Tuesday, July 20, 2010

It took so long to bake it, and I'll never have that recipe again*

Tomorrow afternoon two 16-year-old Japanese high school girls will be arriving at our home. They will be staying with us for 3 weeks, as part of a "sister cities" exchange program.

This will be the fourth summer we have participated in the program, but I haven't really been myself and have done less planning for their arrival.

I'm tapped out of recipe ideas and so I ask you, oh wise Internets - what should I feed my exchange students?

I want recipes that aren't too hard and are "typical North American dinners".

So far on my list I have:
1. Spaghetti with meat sauce and garlic bread
2. Hot dog and hamburgers on the grill with cole slaw
3. Carnitas (recipe courtesy of E. at Ordinary Time)

Hit me with idea, please?


*Donna Summer, Macarthur Park - a song I cannot hear without thinking of a night in Osaka in September of 1996, when my boss, a woman named Alison who I think was a native of Chicago, took all of us ESL teachers out for a night of karoke singing. As I recall, I struggled through an embarrassing rendition of Copa Cabana with three other teachers. Then Alison stood up to sing and knocked us all over with an incredible singing voice as she burst into a trio of Donna Summer hits...good times, good times.

Saturday, July 17, 2010

We can begin again, shed our skin, let the sun shine in...At the edge of the ocean we can start over again*

Some schools of thought tell us that there are five stages of grief - Denial, Anger, Bargaining, Depression, and Acceptance.

A lesser known theory tells us there are only three stages - Numbness, Disorganization and Reorganization.

The second theory feels more recognizable to me, and I think I am bouncing back and forth between numbness and disorganization.

When I say, "My uncle died".... people who don't understand my situation don't understand my grief.

Probably, most people only see their uncles at Christmas and Easter...Sure, they are sad. But it's not a life alterating sadness.

Probably they didn't work with their uncle every day for seven years. Probably they didn't learn how to be a lawyer (or a plumber, or a doctor or a carpenter) from their uncle. Probably they didn't have lunch with their uncle every other Sunday for decades.

I am mourning the loss of a man who was such a huge part of my life.

This is a much more depressing intro than I meant it to be.

At the beginning of the year, I started trying to lose weight, and I did pretty well, losing 10 lbs.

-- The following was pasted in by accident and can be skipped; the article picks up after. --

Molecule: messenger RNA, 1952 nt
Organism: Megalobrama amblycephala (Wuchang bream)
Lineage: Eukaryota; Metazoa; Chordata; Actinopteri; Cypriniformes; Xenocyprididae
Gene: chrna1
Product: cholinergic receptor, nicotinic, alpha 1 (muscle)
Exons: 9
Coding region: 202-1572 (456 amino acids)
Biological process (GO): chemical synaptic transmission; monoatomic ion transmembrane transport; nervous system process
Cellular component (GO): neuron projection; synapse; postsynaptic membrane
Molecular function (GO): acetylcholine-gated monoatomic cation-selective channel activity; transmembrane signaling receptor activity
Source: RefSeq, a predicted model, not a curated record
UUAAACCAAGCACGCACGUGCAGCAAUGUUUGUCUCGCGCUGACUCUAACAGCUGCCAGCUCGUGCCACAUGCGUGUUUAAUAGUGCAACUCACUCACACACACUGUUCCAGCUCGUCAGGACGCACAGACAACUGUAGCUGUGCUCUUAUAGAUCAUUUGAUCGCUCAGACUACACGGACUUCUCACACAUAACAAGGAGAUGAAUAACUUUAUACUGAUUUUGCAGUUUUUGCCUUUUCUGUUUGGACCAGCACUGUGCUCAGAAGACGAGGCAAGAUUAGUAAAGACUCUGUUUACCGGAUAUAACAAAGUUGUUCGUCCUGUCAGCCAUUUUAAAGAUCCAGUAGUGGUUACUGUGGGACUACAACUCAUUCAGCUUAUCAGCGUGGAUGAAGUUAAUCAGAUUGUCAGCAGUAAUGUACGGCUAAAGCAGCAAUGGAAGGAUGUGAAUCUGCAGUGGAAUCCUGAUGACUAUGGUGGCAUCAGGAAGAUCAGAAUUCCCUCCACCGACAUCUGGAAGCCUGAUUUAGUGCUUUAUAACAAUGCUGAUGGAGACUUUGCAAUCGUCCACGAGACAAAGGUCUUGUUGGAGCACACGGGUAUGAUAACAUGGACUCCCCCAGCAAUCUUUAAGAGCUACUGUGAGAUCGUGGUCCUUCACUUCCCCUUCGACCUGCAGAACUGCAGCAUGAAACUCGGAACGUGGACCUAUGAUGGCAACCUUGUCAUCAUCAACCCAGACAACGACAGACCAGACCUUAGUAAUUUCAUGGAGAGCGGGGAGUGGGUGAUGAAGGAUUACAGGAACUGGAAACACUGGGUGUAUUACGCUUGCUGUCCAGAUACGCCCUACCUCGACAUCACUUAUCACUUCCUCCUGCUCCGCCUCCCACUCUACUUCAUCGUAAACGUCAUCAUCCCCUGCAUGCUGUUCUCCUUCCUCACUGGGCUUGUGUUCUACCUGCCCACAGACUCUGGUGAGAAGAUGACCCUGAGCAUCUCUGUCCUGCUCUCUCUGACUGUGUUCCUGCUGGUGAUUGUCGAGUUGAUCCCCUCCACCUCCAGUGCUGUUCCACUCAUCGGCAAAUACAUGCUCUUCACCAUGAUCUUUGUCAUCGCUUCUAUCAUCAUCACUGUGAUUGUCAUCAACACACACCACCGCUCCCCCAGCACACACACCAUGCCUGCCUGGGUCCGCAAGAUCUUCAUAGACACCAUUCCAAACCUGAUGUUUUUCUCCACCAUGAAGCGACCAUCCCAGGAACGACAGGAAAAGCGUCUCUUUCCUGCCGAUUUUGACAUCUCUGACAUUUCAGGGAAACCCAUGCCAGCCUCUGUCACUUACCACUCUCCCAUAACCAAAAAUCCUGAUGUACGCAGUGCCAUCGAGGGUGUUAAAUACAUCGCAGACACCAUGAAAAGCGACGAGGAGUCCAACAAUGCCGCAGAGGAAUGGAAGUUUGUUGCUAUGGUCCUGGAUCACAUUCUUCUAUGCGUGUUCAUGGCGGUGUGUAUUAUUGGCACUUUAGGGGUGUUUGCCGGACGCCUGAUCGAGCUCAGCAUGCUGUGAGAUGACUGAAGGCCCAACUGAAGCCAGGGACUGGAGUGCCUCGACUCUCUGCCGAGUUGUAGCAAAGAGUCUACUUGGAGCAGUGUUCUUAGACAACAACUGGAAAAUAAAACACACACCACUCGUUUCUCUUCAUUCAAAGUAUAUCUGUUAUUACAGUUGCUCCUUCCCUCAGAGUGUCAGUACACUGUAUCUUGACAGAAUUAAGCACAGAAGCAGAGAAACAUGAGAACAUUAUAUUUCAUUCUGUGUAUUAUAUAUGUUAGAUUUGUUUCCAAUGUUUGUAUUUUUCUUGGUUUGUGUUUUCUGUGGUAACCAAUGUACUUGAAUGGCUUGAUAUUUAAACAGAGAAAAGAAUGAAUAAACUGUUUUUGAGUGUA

Except that, in my sadness, frustration, (anger, denial) - I have gained back 9 of those 10 lbs.

And it's time to begin again. Or to try to begin again. Or to try to strive for either acceptance or re-organization.

This grief has enveloped me with a very literal weight around my neck (er, abdomen).

I'm going to lose it.

I've spent the last five years worrying that J~ would die.

And then, J~ died.

All of the time I spent worrying, all of the anxiety that wracked my body and soul - did nothing to stave off the worst case scenario. All of the worrying in the world did not prevent the end outcome that I was so very worried about.

Worry and anxiety does not give me an iota of control over vicious raging cancers or out of control drivers.

I am going to let go of this anxiety, and I'm going to let go of this weight, I'm going to grieve J~ until the grief is fully realized, and then I'm going to find my way towards acceptance, or re-organization.


* Ivy, Edge of the Ocean

Monday, July 05, 2010

Someone dug a hole six long feet in the ground, I said good-bye to you and I threw my roses down*

My house smells like dead flowers.

I'm not sure what to do with them and I'm having trouble bringing myself to throw them away.

The roses...the roses I pulled apart and the petals are drying in a box, someday destined to become potpourri.

But the rest of them...the daffodils and snapdragons and daisies...I think Husband is quietly putting them in the compost when I'm not looking.

I was also not looking when Husband came downtown to meet me for lunch and quietly took the pictures out of J~'s office (at my aunt's request, of course. She wanted them. I couldn't bring myself to do it.)

Life goes on. I go to court. I meet with clients, some of them J's clients, some of them my own.

We invited friends over for our annual July 3rd bash. Friends came, we ate and we drank and we swam and we watched the fireworks from the comfort of our front yard.

I laughed. I laughed quite a bit during the party. I embraced having some of most favorite people around me for an entire day and into the night. It was a lovely respite.

Tomorrow it will have been two weeks since J's death and today I am gloomy and melancholy and full of anxiety.

I'm not sure how long the grief goes on. I wanted this day - this day to be lazy and do nothing, but I'm not sure the empty day is good for me.


*Patty Griffin, Long Ride Home

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